Privacy is best defined as the state or condition of being free from observation and disturbance by other people. For instance, when you leave a public event and return to the privacy of your home, the person who sat next to you at the public event can no longer stare at, talk to, or otherwise annoy you. In general, keeping certain things private involves setting and maintaining boundaries that align with your individual needs, values, and beliefs. When your privacy is violated, you might feel angry, and rightfully so, with a desire to pull away from whoever spoiled your privacy.
Secrecy is the active state of intentionally keeping information hidden from one or more people. In general, beyond professional requirements for confidentiality, if you keep something secret it’s because you fear the impact (on yourself or others) that the information might have if it were openly known. What often underlies secrecy is a fear of judgment and reprisal. When your secrecy is violated, you may feel as if you’ve lost control over the information and how others respond to it. Thus, you might feel afraid, anxious, concerned, and angry, and want to pull away.
If you’re wondering whether a certain piece of hidden information involves privacy or secrecy, ask yourself a simple question: If the person I am keeping this information from knew the entire truth, would he or she be hurt or angry?
If the answer is yes, you’re keeping a secret. Looking at porn, cruising for prostitutes, and going to massage parlors are behaviors that many people keep secret. And if you decided not to tell your friend you visited the West Side Club or East Side Club for a quickie, that’s NOT a secret in my eyes; it’s none of their damn business!
Secrets do hold us back and keep us stuck in places we want to be free from, but it’s the fear of judgment that makes secrets acceptable in society.
I still believe the answer to whether or not to spill a secret is subjective and depends on the individual and the friendship relationship. Here are a few responses pulled from my business associate’s Facebook page:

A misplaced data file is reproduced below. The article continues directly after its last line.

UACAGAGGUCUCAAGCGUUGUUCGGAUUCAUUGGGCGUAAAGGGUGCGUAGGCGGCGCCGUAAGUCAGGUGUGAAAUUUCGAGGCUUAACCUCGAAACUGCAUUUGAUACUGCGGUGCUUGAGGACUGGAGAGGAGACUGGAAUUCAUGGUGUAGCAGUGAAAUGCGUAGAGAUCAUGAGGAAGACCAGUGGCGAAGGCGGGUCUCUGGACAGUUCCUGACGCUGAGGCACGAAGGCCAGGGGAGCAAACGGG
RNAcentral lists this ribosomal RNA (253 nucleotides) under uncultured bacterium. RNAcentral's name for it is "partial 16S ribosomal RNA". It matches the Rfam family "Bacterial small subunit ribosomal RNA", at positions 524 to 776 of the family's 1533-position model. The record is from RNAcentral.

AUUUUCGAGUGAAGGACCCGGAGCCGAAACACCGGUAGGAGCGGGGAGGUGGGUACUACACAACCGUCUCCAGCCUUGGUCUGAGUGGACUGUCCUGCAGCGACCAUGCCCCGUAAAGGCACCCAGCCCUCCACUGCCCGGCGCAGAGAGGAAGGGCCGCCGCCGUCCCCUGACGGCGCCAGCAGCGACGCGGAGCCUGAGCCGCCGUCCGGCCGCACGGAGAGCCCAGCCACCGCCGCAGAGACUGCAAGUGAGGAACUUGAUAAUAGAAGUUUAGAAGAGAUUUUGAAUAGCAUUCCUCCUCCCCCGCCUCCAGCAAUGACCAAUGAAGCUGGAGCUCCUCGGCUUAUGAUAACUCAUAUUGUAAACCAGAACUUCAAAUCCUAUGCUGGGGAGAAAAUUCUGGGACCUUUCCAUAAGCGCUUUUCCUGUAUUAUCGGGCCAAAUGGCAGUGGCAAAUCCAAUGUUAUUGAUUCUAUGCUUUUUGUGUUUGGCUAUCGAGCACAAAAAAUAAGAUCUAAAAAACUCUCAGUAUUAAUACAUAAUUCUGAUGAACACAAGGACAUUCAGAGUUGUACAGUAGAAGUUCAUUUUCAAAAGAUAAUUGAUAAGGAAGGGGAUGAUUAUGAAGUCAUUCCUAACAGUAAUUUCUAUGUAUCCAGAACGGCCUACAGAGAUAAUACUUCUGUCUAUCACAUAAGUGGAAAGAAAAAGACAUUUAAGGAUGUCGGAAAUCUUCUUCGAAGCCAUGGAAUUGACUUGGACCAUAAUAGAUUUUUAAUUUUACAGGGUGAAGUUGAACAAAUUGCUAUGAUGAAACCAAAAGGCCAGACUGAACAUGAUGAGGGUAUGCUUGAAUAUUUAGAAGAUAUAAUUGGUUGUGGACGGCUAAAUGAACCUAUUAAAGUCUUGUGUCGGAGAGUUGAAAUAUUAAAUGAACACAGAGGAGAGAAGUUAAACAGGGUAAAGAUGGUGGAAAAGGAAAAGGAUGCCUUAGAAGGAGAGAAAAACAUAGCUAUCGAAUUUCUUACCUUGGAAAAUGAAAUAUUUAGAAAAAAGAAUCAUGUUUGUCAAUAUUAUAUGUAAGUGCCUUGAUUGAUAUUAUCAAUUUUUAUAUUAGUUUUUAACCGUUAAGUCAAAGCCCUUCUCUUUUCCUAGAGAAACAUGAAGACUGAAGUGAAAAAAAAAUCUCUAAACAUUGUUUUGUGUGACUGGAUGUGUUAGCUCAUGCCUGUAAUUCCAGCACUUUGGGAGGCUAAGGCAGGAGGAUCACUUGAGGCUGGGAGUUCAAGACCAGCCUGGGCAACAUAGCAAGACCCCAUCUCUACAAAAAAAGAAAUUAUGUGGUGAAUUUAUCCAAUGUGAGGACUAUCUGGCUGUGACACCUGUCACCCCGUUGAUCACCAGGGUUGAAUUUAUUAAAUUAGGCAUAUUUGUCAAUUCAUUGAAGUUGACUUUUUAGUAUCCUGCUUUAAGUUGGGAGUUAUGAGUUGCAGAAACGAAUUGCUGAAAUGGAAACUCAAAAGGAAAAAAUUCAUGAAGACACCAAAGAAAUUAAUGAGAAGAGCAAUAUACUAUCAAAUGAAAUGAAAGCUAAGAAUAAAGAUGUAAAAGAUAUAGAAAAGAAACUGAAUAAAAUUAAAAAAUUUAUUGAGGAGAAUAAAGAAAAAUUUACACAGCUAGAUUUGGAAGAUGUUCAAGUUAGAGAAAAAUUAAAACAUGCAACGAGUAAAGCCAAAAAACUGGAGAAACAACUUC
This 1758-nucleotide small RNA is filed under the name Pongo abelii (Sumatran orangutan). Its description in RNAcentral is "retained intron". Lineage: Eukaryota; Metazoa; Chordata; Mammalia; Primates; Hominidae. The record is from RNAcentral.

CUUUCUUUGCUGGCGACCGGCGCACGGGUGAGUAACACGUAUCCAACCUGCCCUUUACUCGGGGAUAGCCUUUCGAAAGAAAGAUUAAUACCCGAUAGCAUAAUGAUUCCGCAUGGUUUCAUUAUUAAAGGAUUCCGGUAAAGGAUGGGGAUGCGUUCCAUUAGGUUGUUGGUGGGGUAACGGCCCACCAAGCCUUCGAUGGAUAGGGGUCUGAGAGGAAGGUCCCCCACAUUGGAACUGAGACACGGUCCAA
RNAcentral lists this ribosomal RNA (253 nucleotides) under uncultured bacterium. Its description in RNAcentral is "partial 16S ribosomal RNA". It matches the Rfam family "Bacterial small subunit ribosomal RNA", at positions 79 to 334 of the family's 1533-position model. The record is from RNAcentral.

- “I think some things are never anyone’s business, but secrets will always come to light and ripple throughout your life. Live clean, keep yourself open with the people you love.”
- “Depends on the secret? If it will benefit my friend that you don’t tell it I’ll hold it with me, it depends on the outcome, would it be beneficial to tell them or not? There are lots of times I haven’t told friends secrets I know because of my feelings for them; it boils down to critical judgment.”
- “Some people are too quick nowadays to refer to acquaintances as friends. There is a difference between the two. Your advice is correct. The question is: Are they, true friends or acquaintances? Only that person can answer that.”
- “In all honesty, if it affects your friend in some real way, then no, I wouldn’t keep to myself. But the fact that you can keep things to yourself shows everyone one that you can be trusted. If it just hurts my friend’s feelings no won’t say it. But it depends on. There are a lot of things I’ve been told thru the years that I’ve never mentioned, but if it were my mess or my mess up, I’d gladly share.”
- “Yeah but not revealing every and any detail doesn’t mean your not a true friend. We are all entitled to keep things to ourselves, so if someone was molested as a child or their father killed somebody, just saying, is that keeping a secret from them?”
- “No matter who the person or persons in your life are, some things you need to save for and keep to yourself. It doesn’t mean you love or trust them any less.”
- “It depends on what it is and what the outcomes are. You can’t assume that it is right in all cases. True, secrets turn into lies and pain very easy.”
The responses prove there is no definite answer to the question. I believe; when the time comes, and you’re faced with a secret, you will make the right choice whether to share it or take it to your grave.